Why it matters

For employers looking for guidance on Family and Medical Leave Act (FMLA) paperwork, the Department of Labor (DOL) has stepped in to help. With existing model forms issued by the agency having expired, the DOL issued seven new model notice and certification forms that are valid through May 31, 2018. For the most part, the new model FMLA forms replicate the prior versions, with one minor change: the inclusion of references to the Genetic Information Nondiscrimination Act. Although employers are not mandated to use the DOL’s forms for an employee’s FMLA leave, they offer a valuable road map to compliance with statutory requirements.

Detailed discussion

The Family and Medical Leave Act (FMLA) contains a myriad of requirements for employers to provide notice to employees about their rights and responsibilities under the statute, as well as restrictions on the type of information employers can request from workers to support their request for leave.

To achieve compliance with the statutory scheme, many employers look for guidance from the Department of Labor’s (DOL) model forms. However, the last iteration expired on February 28, 2015, leaving employers in a form of legal limbo.

Now the agency has stepped up with new versions of the forms. The seven different documents are virtually identical to the prior forms, with one notable tweak: the addition of language referencing the Genetic Information Nondiscrimination Act (GINA).

The FMLA and GINA—which prohibits employers from discriminating against employees or applicants based on their genetic information—can collide if an employer receives genetic information from a healthcare provider in response to an FMLA-related request for information. To avoid this problem, the new model form instructs healthcare providers not to furnish any genetic information in response to an FMLA request.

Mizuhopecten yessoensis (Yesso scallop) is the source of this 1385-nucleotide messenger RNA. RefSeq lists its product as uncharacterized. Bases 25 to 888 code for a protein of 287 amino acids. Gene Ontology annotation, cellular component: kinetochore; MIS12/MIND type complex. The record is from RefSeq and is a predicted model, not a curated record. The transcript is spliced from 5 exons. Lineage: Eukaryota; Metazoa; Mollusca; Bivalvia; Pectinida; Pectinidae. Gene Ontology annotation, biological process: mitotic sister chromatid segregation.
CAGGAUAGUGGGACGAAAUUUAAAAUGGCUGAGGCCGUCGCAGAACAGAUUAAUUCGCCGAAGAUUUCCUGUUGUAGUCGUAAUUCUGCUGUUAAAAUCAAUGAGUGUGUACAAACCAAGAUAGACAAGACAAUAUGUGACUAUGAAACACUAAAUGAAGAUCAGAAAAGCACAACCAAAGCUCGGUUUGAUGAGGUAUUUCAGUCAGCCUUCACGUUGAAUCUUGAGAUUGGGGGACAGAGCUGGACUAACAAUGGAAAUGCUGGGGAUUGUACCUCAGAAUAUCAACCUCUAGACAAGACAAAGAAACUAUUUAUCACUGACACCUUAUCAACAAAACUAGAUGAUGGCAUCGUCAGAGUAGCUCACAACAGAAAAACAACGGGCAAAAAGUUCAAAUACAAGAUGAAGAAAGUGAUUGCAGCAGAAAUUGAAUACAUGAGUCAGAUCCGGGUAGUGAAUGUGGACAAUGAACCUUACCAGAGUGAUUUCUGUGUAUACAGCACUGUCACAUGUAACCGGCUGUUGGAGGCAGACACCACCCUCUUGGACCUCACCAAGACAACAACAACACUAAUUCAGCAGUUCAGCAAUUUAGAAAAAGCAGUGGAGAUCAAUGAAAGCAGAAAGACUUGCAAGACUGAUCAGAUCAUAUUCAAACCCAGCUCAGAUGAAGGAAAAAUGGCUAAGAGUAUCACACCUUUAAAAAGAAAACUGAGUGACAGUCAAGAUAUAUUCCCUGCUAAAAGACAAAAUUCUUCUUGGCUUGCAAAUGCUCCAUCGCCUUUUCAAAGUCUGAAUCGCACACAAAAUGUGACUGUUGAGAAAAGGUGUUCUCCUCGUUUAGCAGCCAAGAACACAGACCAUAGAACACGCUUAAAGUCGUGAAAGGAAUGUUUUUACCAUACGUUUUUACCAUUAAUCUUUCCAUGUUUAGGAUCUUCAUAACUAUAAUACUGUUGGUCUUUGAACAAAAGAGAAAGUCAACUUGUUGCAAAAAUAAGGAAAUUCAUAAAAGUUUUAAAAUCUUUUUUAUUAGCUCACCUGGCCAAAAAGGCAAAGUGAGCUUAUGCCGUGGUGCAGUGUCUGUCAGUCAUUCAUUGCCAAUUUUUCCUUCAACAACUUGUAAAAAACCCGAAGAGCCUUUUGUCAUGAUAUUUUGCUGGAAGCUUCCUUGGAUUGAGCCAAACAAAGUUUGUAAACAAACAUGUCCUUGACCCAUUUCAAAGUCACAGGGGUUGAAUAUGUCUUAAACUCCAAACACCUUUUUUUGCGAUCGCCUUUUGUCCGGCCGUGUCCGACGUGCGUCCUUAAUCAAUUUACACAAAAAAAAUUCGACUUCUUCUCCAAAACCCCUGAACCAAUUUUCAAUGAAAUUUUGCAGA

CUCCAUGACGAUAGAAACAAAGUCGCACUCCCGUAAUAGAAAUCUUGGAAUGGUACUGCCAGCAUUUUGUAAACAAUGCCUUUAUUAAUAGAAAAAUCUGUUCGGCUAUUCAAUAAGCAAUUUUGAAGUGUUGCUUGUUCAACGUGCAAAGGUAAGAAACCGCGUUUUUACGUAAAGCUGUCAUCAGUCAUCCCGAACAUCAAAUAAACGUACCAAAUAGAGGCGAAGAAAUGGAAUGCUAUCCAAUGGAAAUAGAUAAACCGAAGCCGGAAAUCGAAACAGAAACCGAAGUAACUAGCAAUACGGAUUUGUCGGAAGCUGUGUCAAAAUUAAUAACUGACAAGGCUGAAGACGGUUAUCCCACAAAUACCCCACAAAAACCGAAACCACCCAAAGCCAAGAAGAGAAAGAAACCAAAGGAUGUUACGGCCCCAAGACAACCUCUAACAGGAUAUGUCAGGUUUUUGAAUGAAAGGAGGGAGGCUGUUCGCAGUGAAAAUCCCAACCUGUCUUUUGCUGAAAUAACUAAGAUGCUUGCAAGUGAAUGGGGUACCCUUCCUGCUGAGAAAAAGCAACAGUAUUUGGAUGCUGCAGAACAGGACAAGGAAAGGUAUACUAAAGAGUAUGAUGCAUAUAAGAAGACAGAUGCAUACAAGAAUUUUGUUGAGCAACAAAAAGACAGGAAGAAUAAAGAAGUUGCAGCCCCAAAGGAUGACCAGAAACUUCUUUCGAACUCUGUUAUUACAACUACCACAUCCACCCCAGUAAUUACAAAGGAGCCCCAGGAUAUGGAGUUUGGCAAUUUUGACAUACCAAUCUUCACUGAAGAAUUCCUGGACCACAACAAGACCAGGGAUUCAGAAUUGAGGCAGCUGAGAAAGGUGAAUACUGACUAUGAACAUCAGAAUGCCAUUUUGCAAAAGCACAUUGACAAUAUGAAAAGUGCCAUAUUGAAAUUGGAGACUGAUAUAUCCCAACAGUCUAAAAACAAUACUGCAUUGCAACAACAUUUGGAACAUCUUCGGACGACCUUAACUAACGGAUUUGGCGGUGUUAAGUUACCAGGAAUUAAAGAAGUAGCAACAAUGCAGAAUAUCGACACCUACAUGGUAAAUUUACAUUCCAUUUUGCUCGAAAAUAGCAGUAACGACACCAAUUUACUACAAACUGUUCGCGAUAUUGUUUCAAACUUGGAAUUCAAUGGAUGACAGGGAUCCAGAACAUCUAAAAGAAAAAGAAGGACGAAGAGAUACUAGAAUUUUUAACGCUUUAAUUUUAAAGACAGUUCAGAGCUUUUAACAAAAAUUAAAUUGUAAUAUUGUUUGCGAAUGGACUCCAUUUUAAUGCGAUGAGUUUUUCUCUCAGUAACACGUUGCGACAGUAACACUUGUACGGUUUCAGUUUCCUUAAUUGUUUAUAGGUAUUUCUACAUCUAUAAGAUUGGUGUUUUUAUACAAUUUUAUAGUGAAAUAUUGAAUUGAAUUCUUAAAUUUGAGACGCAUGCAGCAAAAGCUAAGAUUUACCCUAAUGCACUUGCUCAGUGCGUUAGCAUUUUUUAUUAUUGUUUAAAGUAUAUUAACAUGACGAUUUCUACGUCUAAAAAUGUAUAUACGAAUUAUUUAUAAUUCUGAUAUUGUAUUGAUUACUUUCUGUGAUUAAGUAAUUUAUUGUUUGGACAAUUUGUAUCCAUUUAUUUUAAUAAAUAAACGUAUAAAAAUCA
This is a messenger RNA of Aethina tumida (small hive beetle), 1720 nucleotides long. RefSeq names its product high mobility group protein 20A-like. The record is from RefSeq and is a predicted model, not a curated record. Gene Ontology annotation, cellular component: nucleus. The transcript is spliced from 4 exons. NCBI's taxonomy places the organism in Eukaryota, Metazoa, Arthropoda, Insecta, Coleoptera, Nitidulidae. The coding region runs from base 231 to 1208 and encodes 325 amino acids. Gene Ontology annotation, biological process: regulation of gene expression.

Specifically, the DOL added the following language: “Do not provide information about genetic tests, as defined in 29 C.F.R. Section 1635.3(f), genetic services, as defined in 29 C.F.R. Section 1635.3(e), or the manifestation of disease or disorder in the employee’s family members, 29 C.F.R. Section 1635.3(e).”

The DOL provided seven new forms: WH-380-E Certification of Health Care Provider for Employee’s Serious Health Condition; WH-380-F Certification of Health Care Provider for Family Member’s Serious Health Condition; WH-381 Notice of Eligibility and Rights & Responsibilities; WH-382 Designation Notice; WH-384 Certification of Qualifying Exigency For Military Family Leave; WH-385 Certification for Serious Injury or Illness of Current Servicemember for Military Family Leave; and WH-385-V Certification for Serious Injury or Illness of a Veteran for Military Caregiver Leave.

While employers are not required to use the DOL’s model forms, they provide valuable guidance to following the statute.

The new forms are all effective through May 31, 2018.

To access the new forms on the DOL website, click here.